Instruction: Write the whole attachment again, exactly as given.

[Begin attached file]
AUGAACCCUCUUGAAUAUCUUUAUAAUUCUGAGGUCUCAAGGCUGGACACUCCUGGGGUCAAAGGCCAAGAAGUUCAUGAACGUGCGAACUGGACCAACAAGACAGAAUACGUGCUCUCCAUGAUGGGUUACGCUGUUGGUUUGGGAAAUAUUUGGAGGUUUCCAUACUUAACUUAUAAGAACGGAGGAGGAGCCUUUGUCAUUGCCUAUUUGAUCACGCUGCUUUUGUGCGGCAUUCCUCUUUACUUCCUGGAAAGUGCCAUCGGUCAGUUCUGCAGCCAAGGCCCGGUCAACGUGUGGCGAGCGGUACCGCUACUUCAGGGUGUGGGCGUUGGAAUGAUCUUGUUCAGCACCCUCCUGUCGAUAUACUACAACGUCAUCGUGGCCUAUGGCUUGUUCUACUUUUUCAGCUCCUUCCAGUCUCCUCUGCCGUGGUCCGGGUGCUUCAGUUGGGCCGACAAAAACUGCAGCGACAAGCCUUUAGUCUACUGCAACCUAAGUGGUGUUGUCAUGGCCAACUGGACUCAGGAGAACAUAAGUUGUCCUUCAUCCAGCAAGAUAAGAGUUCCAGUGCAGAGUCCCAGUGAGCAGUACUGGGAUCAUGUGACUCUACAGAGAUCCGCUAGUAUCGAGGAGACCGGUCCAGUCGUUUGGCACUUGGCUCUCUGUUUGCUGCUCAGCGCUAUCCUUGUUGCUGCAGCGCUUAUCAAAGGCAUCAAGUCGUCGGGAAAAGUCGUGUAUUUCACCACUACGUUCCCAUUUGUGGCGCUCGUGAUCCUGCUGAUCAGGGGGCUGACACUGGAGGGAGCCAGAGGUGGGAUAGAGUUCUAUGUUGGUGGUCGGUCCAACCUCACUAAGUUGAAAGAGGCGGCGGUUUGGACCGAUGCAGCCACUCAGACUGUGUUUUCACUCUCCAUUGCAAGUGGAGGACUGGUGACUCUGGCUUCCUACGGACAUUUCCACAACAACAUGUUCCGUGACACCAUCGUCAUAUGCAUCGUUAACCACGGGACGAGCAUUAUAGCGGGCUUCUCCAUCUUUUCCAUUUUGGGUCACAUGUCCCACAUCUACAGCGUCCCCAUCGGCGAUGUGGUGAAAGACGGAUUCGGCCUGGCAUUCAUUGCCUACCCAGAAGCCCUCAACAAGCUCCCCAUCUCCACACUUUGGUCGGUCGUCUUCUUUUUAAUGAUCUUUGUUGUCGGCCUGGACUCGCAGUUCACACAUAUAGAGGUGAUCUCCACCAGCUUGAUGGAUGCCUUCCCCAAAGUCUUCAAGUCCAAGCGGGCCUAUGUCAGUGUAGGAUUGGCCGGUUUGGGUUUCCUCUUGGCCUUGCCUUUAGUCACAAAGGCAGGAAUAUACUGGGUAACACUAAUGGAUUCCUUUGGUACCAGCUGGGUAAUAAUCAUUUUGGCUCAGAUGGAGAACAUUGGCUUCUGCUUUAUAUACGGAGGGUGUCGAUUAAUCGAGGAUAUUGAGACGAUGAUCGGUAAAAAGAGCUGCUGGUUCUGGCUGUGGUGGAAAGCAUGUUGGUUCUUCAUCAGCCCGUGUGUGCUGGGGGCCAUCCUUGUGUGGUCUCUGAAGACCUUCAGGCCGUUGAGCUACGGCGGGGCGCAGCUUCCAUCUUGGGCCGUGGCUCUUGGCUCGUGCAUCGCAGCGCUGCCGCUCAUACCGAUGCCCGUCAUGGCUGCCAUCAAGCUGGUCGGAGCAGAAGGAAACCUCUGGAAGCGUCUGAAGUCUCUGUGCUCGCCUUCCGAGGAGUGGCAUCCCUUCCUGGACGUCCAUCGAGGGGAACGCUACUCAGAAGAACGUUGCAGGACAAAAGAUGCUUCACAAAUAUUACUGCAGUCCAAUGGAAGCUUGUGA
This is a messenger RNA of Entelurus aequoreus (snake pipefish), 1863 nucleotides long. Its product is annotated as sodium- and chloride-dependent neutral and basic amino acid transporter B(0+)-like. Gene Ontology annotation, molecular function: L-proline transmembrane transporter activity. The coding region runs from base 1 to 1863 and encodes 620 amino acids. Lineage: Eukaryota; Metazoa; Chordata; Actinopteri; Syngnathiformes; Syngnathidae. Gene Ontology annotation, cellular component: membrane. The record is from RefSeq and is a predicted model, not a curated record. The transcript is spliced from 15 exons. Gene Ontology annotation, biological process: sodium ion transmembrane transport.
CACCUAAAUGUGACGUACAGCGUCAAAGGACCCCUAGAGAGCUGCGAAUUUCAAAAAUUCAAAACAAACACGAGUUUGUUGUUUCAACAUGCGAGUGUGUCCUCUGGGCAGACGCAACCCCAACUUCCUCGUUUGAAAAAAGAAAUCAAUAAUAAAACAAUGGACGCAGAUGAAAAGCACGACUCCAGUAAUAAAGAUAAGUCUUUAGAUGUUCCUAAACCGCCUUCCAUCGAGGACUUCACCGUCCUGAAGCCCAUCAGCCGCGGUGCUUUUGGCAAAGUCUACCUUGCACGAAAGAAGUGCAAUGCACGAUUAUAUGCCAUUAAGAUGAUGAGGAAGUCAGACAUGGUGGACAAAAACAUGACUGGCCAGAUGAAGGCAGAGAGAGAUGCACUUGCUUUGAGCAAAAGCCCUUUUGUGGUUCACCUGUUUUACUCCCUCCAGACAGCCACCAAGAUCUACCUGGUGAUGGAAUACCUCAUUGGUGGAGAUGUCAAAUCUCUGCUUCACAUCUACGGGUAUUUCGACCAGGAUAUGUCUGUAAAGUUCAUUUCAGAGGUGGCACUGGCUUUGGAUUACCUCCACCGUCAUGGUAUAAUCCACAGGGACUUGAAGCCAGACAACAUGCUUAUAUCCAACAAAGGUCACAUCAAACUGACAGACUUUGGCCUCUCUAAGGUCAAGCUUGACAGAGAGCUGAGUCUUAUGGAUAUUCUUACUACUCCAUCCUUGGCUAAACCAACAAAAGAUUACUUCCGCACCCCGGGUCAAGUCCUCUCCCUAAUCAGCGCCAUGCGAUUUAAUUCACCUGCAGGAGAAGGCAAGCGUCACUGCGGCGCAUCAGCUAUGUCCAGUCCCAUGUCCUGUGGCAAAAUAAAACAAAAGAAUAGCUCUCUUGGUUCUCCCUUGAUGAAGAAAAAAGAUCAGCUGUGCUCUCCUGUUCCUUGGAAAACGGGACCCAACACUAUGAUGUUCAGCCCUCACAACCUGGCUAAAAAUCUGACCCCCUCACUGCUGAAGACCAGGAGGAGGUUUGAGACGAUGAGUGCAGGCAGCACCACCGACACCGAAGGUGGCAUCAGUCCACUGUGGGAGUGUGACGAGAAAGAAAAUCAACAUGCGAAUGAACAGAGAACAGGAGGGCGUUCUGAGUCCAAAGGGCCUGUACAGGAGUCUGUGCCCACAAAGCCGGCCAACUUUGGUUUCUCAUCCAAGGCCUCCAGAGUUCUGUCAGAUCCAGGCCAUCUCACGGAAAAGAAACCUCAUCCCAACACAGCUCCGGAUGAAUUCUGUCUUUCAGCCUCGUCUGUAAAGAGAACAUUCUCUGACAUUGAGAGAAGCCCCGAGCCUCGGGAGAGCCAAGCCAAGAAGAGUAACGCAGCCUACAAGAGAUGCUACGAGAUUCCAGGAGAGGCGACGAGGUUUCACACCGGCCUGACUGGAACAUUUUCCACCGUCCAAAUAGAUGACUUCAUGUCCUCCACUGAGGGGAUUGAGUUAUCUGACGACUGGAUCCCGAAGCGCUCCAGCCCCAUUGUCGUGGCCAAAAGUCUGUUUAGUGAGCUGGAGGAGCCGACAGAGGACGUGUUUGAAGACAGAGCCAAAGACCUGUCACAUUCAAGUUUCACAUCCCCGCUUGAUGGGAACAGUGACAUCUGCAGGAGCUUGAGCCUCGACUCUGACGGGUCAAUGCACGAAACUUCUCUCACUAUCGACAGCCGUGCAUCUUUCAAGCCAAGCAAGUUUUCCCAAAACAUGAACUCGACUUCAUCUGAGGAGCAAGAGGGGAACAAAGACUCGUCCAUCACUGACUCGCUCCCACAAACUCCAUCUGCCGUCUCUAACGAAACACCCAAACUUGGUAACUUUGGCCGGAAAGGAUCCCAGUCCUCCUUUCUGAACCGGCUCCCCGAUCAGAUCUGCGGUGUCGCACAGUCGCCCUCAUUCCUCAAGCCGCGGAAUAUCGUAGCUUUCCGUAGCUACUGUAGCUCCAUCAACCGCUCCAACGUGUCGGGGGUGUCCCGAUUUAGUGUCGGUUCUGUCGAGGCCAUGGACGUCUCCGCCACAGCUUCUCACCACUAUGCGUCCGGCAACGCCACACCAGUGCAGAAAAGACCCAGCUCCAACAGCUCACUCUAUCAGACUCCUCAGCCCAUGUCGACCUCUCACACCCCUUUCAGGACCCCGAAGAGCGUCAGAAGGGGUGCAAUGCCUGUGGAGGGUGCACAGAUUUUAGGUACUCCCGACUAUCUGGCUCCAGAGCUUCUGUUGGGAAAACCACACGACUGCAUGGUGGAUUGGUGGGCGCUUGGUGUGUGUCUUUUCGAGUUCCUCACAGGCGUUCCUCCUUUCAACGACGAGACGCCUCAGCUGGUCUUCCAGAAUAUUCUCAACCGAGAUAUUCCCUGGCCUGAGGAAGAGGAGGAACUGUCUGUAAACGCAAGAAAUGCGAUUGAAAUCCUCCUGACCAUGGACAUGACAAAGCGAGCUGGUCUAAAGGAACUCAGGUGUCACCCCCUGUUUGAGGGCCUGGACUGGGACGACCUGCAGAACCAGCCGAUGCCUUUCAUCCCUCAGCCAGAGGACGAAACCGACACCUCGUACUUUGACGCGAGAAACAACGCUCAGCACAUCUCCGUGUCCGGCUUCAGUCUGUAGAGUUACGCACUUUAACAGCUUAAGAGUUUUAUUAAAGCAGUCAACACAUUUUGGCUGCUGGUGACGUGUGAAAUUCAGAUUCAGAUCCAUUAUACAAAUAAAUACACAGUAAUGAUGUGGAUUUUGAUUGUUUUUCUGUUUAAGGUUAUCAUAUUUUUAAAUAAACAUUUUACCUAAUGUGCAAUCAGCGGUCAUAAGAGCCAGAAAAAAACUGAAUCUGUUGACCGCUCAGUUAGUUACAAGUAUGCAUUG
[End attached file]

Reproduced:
AUGAACCCUCUUGAAUAUCUUUAUAAUUCUGAGGUCUCAAGGCUGGACACUCCUGGGGUCAAAGGCCAAGAAGUUCAUGAACGUGCGAACUGGACCAACAAGACAGAAUACGUGCUCUCCAUGAUGGGUUACGCUGUUGGUUUGGGAAAUAUUUGGAGGUUUCCAUACUUAACUUAUAAGAACGGAGGAGGAGCCUUUGUCAUUGCCUAUUUGAUCACGCUGCUUUUGUGCGGCAUUCCUCUUUACUUCCUGGAAAGUGCCAUCGGUCAGUUCUGCAGCCAAGGCCCGGUCAACGUGUGGCGAGCGGUACCGCUACUUCAGGGUGUGGGCGUUGGAAUGAUCUUGUUCAGCACCCUCCUGUCGAUAUACUACAACGUCAUCGUGGCCUAUGGCUUGUUCUACUUUUUCAGCUCCUUCCAGUCUCCUCUGCCGUGGUCCGGGUGCUUCAGUUGGGCCGACAAAAACUGCAGCGACAAGCCUUUAGUCUACUGCAACCUAAGUGGUGUUGUCAUGGCCAACUGGACUCAGGAGAACAUAAGUUGUCCUUCAUCCAGCAAGAUAAGAGUUCCAGUGCAGAGUCCCAGUGAGCAGUACUGGGAUCAUGUGACUCUACAGAGAUCCGCUAGUAUCGAGGAGACCGGUCCAGUCGUUUGGCACUUGGCUCUCUGUUUGCUGCUCAGCGCUAUCCUUGUUGCUGCAGCGCUUAUCAAAGGCAUCAAGUCGUCGGGAAAAGUCGUGUAUUUCACCACUACGUUCCCAUUUGUGGCGCUCGUGAUCCUGCUGAUCAGGGGGCUGACACUGGAGGGAGCCAGAGGUGGGAUAGAGUUCUAUGUUGGUGGUCGGUCCAACCUCACUAAGUUGAAAGAGGCGGCGGUUUGGACCGAUGCAGCCACUCAGACUGUGUUUUCACUCUCCAUUGCAAGUGGAGGACUGGUGACUCUGGCUUCCUACGGACAUUUCCACAACAACAUGUUCCGUGACACCAUCGUCAUAUGCAUCGUUAACCACGGGACGAGCAUUAUAGCGGGCUUCUCCAUCUUUUCCAUUUUGGGUCACAUGUCCCACAUCUACAGCGUCCCCAUCGGCGAUGUGGUGAAAGACGGAUUCGGCCUGGCAUUCAUUGCCUACCCAGAAGCCCUCAACAAGCUCCCCAUCUCCACACUUUGGUCGGUCGUCUUCUUUUUAAUGAUCUUUGUUGUCGGCCUGGACUCGCAGUUCACACAUAUAGAGGUGAUCUCCACCAGCUUGAUGGAUGCCUUCCCCAAAGUCUUCAAGUCCAAGCGGGCCUAUGUCAGUGUAGGAUUGGCCGGUUUGGGUUUCCUCUUGGCCUUGCCUUUAGUCACAAAGGCAGGAAUAUACUGGGUAACACUAAUGGAUUCCUUUGGUACCAGCUGGGUAAUAAUCAUUUUGGCUCAGAUGGAGAACAUUGGCUUCUGCUUUAUAUACGGAGGGUGUCGAUUAAUCGAGGAUAUUGAGACGAUGAUCGGUAAAAAGAGCUGCUGGUUCUGGCUGUGGUGGAAAGCAUGUUGGUUCUUCAUCAGCCCGUGUGUGCUGGGGGCCAUCCUUGUGUGGUCUCUGAAGACCUUCAGGCCGUUGAGCUACGGCGGGGCGCAGCUUCCAUCUUGGGCCGUGGCUCUUGGCUCGUGCAUCGCAGCGCUGCCGCUCAUACCGAUGCCCGUCAUGGCUGCCAUCAAGCUGGUCGGAGCAGAAGGAAACCUCUGGAAGCGUCUGAAGUCUCUGUGCUCGCCUUCCGAGGAGUGGCAUCCCUUCCUGGACGUCCAUCGAGGGGAACGCUACUCAGAAGAACGUUGCAGGACAAAAGAUGCUUCACAAAUAUUACUGCAGUCCAAUGGAAGCUUGUGA
This is a messenger RNA of Entelurus aequoreus (snake pipefish), 1863 nucleotides long. Its product is annotated as sodium- and chloride-dependent neutral and basic amino acid transporter B(0+)-like. Gene Ontology annotation, molecular function: L-proline transmembrane transporter activity. The coding region runs from base 1 to 1863 and encodes 620 amino acids. Lineage: Eukaryota; Metazoa; Chordata; Actinopteri; Syngnathiformes; Syngnathidae. Gene Ontology annotation, cellular component: membrane. The record is from RefSeq and is a predicted model, not a curated record. The transcript is spliced from 15 exons. Gene Ontology annotation, biological process: sodium ion transmembrane transport.
CACCUAAAUGUGACGUACAGCGUCAAAGGACCCCUAGAGAGCUGCGAAUUUCAAAAAUUCAAAACAAACACGAGUUUGUUGUUUCAACAUGCGAGUGUGUCCUCUGGGCAGACGCAACCCCAACUUCCUCGUUUGAAAAAAGAAAUCAAUAAUAAAACAAUGGACGCAGAUGAAAAGCACGACUCCAGUAAUAAAGAUAAGUCUUUAGAUGUUCCUAAACCGCCUUCCAUCGAGGACUUCACCGUCCUGAAGCCCAUCAGCCGCGGUGCUUUUGGCAAAGUCUACCUUGCACGAAAGAAGUGCAAUGCACGAUUAUAUGCCAUUAAGAUGAUGAGGAAGUCAGACAUGGUGGACAAAAACAUGACUGGCCAGAUGAAGGCAGAGAGAGAUGCACUUGCUUUGAGCAAAAGCCCUUUUGUGGUUCACCUGUUUUACUCCCUCCAGACAGCCACCAAGAUCUACCUGGUGAUGGAAUACCUCAUUGGUGGAGAUGUCAAAUCUCUGCUUCACAUCUACGGGUAUUUCGACCAGGAUAUGUCUGUAAAGUUCAUUUCAGAGGUGGCACUGGCUUUGGAUUACCUCCACCGUCAUGGUAUAAUCCACAGGGACUUGAAGCCAGACAACAUGCUUAUAUCCAACAAAGGUCACAUCAAACUGACAGACUUUGGCCUCUCUAAGGUCAAGCUUGACAGAGAGCUGAGUCUUAUGGAUAUUCUUACUACUCCAUCCUUGGCUAAACCAACAAAAGAUUACUUCCGCACCCCGGGUCAAGUCCUCUCCCUAAUCAGCGCCAUGCGAUUUAAUUCACCUGCAGGAGAAGGCAAGCGUCACUGCGGCGCAUCAGCUAUGUCCAGUCCCAUGUCCUGUGGCAAAAUAAAACAAAAGAAUAGCUCUCUUGGUUCUCCCUUGAUGAAGAAAAAAGAUCAGCUGUGCUCUCCUGUUCCUUGGAAAACGGGACCCAACACUAUGAUGUUCAGCCCUCACAACCUGGCUAAAAAUCUGACCCCCUCACUGCUGAAGACCAGGAGGAGGUUUGAGACGAUGAGUGCAGGCAGCACCACCGACACCGAAGGUGGCAUCAGUCCACUGUGGGAGUGUGACGAGAAAGAAAAUCAACAUGCGAAUGAACAGAGAACAGGAGGGCGUUCUGAGUCCAAAGGGCCUGUACAGGAGUCUGUGCCCACAAAGCCGGCCAACUUUGGUUUCUCAUCCAAGGCCUCCAGAGUUCUGUCAGAUCCAGGCCAUCUCACGGAAAAGAAACCUCAUCCCAACACAGCUCCGGAUGAAUUCUGUCUUUCAGCCUCGUCUGUAAAGAGAACAUUCUCUGACAUUGAGAGAAGCCCCGAGCCUCGGGAGAGCCAAGCCAAGAAGAGUAACGCAGCCUACAAGAGAUGCUACGAGAUUCCAGGAGAGGCGACGAGGUUUCACACCGGCCUGACUGGAACAUUUUCCACCGUCCAAAUAGAUGACUUCAUGUCCUCCACUGAGGGGAUUGAGUUAUCUGACGACUGGAUCCCGAAGCGCUCCAGCCCCAUUGUCGUGGCCAAAAGUCUGUUUAGUGAGCUGGAGGAGCCGACAGAGGACGUGUUUGAAGACAGAGCCAAAGACCUGUCACAUUCAAGUUUCACAUCCCCGCUUGAUGGGAACAGUGACAUCUGCAGGAGCUUGAGCCUCGACUCUGACGGGUCAAUGCACGAAACUUCUCUCACUAUCGACAGCCGUGCAUCUUUCAAGCCAAGCAAGUUUUCCCAAAACAUGAACUCGACUUCAUCUGAGGAGCAAGAGGGGAACAAAGACUCGUCCAUCACUGACUCGCUCCCACAAACUCCAUCUGCCGUCUCUAACGAAACACCCAAACUUGGUAACUUUGGCCGGAAAGGAUCCCAGUCCUCCUUUCUGAACCGGCUCCCCGAUCAGAUCUGCGGUGUCGCACAGUCGCCCUCAUUCCUCAAGCCGCGGAAUAUCGUAGCUUUCCGUAGCUACUGUAGCUCCAUCAACCGCUCCAACGUGUCGGGGGUGUCCCGAUUUAGUGUCGGUUCUGUCGAGGCCAUGGACGUCUCCGCCACAGCUUCUCACCACUAUGCGUCCGGCAACGCCACACCAGUGCAGAAAAGACCCAGCUCCAACAGCUCACUCUAUCAGACUCCUCAGCCCAUGUCGACCUCUCACACCCCUUUCAGGACCCCGAAGAGCGUCAGAAGGGGUGCAAUGCCUGUGGAGGGUGCACAGAUUUUAGGUACUCCCGACUAUCUGGCUCCAGAGCUUCUGUUGGGAAAACCACACGACUGCAUGGUGGAUUGGUGGGCGCUUGGUGUGUGUCUUUUCGAGUUCCUCACAGGCGUUCCUCCUUUCAACGACGAGACGCCUCAGCUGGUCUUCCAGAAUAUUCUCAACCGAGAUAUUCCCUGGCCUGAGGAAGAGGAGGAACUGUCUGUAAACGCAAGAAAUGCGAUUGAAAUCCUCCUGACCAUGGACAUGACAAAGCGAGCUGGUCUAAAGGAACUCAGGUGUCACCCCCUGUUUGAGGGCCUGGACUGGGACGACCUGCAGAACCAGCCGAUGCCUUUCAUCCCUCAGCCAGAGGACGAAACCGACACCUCGUACUUUGACGCGAGAAACAACGCUCAGCACAUCUCCGUGUCCGGCUUCAGUCUGUAGAGUUACGCACUUUAACAGCUUAAGAGUUUUAUUAAAGCAGUCAACACAUUUUGGCUGCUGGUGACGUGUGAAAUUCAGAUUCAGAUCCAUUAUACAAAUAAAUACACAGUAAUGAUGUGGAUUUUGAUUGUUUUUCUGUUUAAGGUUAUCAUAUUUUUAAAUAAACAUUUUACCUAAUGUGCAAUCAGCGGUCAUAAGAGCCAGAAAAAAACUGAAUCUGUUGACCGCUCAGUUAGUUACAAGUAUGCAUUG